It is happening again. I am feeling overwhelmed and a little out of control. Maybe it is because it’s the holiday season. Maybe it’s because my kiddo has been having a rough time this fall. Or maybe it is because I have been in “Go Mode” for a while and I am starting to realize that Go Mode isn’t always a great way for me to operate. I may get a lot done in “Go” Mode, but there are consequences. Not everything I get done is good.
Maybe you are wondering what I mean by Go Mode. To me, Go Mode means I get in a kind of state where I become hyper-focused on getting stuff done. That state can last for a few hours, a few days or a few weeks. I can enjoy being in Go Mode because I feel powerful and gratified by being so productive. The problem is, my output in Go Mode is more about quantity than quality. While I am getting lots done, I am not necessarily thinking so much about how I am getting it done, whether I am doing it well, or whether I should even do it at all! That is because I am not necessarily operating in a thoughtful, critical or emotionally balanced way. And if I am totally honest, I think I can be a bit annoying when I am in Go Mode.
So how does being in Go Mode lead to feeling out of control? Let’s take a look. In my work, being in Go Mode is mostly helpful. I really can get a lot done and of course, that feels really good. But if I am not thinking things through because I am rushing, I can end up making mistakes that I pay for down the road. I have come to think of those mistakes as little bombs I unwittingly plant for myself, only to have them explode when I least expect it. One of the worst examples of this happened years ago when I had to proofread a formal event invitation that was about to go to the printer. Not only did I miss a typo in the name of our client, but I also missed a typo in the RSVP email address that was printed on the invitation! Thankfully someone caught the typo in our client’s name before the mailing went out, but my company had to pay several thousand dollars to reprint the invitation. No one caught the typo in the RSVP email address though. Thankfully my boss came up with the idea of buying the domain name I had accidentally created and we were able to receive replies sent to the email address printed on the invitation. Ugh! I was so embarrassed and I still feel the shame all these years later. If only I had slowed down and been more careful!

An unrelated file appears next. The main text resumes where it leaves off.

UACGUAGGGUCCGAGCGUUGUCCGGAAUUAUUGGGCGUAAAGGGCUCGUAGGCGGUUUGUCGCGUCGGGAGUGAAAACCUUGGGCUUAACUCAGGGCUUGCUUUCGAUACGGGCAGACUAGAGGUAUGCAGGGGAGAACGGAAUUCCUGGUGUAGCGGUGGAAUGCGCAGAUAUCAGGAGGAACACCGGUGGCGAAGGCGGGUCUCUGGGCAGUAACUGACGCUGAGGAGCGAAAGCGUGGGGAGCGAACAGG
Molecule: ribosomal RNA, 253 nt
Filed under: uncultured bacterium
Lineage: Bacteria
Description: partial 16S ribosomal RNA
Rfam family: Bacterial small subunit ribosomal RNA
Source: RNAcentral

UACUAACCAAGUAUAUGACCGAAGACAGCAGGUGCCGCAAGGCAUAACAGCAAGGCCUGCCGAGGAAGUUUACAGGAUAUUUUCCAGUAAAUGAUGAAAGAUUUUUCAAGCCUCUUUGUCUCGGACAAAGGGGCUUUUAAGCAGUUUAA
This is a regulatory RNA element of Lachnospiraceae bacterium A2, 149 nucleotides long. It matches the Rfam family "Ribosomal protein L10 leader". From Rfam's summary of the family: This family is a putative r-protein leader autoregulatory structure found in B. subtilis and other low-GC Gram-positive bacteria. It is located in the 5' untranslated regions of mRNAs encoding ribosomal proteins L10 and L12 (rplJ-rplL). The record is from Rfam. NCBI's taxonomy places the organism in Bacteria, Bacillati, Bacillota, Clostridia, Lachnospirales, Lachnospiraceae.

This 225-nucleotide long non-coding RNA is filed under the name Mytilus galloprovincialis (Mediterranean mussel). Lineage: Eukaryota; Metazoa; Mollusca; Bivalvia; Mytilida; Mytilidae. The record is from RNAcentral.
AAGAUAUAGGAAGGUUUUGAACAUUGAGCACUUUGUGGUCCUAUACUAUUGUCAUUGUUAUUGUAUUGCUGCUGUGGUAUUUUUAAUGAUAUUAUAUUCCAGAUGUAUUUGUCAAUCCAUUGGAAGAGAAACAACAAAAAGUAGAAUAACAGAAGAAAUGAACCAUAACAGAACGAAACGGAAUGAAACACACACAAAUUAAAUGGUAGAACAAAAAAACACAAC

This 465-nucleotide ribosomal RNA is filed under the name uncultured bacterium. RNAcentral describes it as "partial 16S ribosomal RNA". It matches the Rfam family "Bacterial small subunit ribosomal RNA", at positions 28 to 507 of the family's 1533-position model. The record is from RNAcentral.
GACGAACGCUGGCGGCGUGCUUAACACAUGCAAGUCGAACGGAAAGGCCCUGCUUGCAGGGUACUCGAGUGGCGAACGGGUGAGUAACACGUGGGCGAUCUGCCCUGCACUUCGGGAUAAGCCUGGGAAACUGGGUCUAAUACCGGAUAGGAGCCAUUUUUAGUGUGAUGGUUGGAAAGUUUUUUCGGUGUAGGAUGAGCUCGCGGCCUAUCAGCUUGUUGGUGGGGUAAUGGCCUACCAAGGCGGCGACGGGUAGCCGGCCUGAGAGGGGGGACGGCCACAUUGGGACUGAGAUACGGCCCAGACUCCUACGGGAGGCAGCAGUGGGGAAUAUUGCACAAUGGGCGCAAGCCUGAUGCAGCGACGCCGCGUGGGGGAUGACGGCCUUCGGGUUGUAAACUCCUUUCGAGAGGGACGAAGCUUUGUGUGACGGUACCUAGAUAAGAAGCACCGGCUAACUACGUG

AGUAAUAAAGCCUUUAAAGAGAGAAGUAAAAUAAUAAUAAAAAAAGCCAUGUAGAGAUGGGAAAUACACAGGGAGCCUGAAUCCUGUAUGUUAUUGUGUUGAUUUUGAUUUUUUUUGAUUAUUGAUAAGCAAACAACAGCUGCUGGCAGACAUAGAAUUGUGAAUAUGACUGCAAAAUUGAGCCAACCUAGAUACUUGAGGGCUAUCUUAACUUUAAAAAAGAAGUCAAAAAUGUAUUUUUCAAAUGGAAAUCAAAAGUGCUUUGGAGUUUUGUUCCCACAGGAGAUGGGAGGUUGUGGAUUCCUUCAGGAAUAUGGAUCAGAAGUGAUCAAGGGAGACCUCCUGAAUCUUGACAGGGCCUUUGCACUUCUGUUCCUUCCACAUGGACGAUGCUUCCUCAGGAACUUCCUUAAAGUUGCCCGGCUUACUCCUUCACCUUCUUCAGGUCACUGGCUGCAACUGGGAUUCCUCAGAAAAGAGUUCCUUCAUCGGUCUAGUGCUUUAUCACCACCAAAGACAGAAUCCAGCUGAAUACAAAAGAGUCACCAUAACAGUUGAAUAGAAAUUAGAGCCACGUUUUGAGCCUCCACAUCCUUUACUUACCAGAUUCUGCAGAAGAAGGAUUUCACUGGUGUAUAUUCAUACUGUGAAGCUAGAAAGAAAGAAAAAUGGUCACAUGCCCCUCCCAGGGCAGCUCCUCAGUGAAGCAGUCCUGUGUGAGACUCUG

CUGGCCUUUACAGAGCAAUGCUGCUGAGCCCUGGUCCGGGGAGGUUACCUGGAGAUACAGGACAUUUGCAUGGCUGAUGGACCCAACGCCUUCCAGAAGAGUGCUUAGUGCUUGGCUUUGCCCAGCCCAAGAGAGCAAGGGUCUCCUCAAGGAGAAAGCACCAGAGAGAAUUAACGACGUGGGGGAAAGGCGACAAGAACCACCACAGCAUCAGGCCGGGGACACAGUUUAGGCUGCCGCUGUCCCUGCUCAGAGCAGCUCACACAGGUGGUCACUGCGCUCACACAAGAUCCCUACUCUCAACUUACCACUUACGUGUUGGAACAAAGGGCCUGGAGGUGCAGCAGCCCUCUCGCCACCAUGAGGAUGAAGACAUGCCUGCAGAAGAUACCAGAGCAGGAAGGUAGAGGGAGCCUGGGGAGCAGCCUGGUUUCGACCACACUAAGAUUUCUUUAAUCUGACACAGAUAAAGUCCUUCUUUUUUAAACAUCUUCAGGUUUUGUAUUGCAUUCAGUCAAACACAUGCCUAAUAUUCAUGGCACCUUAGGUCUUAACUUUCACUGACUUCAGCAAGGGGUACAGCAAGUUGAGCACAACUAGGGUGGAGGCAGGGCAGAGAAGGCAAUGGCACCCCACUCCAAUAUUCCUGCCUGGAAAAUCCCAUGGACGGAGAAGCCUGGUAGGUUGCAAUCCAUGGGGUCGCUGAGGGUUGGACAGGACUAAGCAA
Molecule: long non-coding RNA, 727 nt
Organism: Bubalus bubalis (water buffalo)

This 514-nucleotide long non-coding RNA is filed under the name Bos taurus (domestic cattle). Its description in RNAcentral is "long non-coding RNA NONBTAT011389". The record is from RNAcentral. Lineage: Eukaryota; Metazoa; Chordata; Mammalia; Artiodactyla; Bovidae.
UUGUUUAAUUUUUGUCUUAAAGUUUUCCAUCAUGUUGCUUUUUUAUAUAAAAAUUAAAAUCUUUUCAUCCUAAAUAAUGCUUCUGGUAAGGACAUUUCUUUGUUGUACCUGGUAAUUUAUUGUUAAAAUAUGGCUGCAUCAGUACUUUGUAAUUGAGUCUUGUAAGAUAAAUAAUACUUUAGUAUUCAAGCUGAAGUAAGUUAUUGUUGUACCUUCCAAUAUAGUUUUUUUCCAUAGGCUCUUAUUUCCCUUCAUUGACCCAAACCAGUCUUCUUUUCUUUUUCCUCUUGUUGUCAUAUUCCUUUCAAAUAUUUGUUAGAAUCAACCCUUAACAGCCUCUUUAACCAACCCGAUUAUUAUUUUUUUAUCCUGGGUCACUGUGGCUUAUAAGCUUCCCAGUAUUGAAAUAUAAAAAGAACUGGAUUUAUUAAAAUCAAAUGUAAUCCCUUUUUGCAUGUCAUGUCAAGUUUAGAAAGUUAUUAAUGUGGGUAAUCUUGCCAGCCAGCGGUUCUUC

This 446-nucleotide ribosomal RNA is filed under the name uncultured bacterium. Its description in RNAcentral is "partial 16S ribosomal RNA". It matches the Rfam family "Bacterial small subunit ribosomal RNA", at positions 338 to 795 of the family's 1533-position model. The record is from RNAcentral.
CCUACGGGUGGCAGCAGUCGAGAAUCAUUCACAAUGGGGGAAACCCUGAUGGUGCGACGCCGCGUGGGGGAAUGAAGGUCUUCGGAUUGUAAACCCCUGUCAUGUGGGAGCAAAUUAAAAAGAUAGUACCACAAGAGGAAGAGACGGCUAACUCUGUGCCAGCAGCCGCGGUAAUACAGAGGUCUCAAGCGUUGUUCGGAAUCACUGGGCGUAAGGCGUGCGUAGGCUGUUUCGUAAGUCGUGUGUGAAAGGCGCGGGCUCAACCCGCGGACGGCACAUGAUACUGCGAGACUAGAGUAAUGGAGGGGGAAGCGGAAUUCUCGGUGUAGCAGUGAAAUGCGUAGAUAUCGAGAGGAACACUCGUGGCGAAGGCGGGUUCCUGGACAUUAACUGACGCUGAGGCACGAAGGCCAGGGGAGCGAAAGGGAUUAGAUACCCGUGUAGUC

Another problem I can create when I am in Go Mode is that I am not necessarily paying attention to how well I am doing something. For instance, I might need to have a conversation with someone that requires sensitivity. But I’m too focused on checking things off my To-Do list, I can blunder my way through the conversation. Recently, my son was feeling paralyzed with anxiety about a school project. In my zeal to help him get it done, I was not particularly focused on his emotional state or the meaning of his anxiety. Instead, I let him know how much time he was wasting and offered lots of ideas of how he could finish the project. All I accomplished though was adding to the pressure he was already feeling and that, of course, only made the situation worse. Again, I am not proud of how I conducted myself in the moment and I realized how much I would have benefited from slowing down and taking a few minutes to be mindful about the situation before I dove in to try to fix things.
Another example of what can go wrong in Go Mode is that I can zone in on some really annoying project that requires time and focus. While this may sound good, and it really can have it’s benefits – like if I need to analyze large quantities of data – sometimes I’ll invest my time and energy in a project that does not support my top priorities. A good example is cleaning out the spice cabinet when I am about to have my entire family over for dinner. Sure it is great that I am FINALLY cleaning out all those musty old spice bottles and rearranging fresh ones according to whether they are herbs or spices and taking into consideration frequency of use, but choosing to do it two hours before I am having 14 guests for dinner is not a useful allocation of my time and energy. And it causes everyone in the household extra stress.
Perhaps you are beginning to see why I might be a tad annoying to be around when I am in Go Mode. It is not all bad, but it is bad enough that I am causing instability for myself and for those around me. That instability leads to being out of control and that is not a good place to be. Additionally, I can take on an air of self-importance and grandiosity. “I’m working so hard! Don’t expect me to do all the other things for which I am normally responsible!” Ick. No one wants to live with someone like that.
So what do I do to help myself when I get like this? That is a good question. I am still figuring it out. I know it is good to remind myself of the consequences of indulging myself by behaving this way. And it helps to remember to slow down and try to make a thoughtful plan when I am taking on a big task or project. I also know I need to work on having empathy for myself and for those around me. That is probably the most ambiguous and therefore most difficult aspect of helping myself. And probably the most important as well. Hopefully, I will remember all this the next time I’m in Go Mode.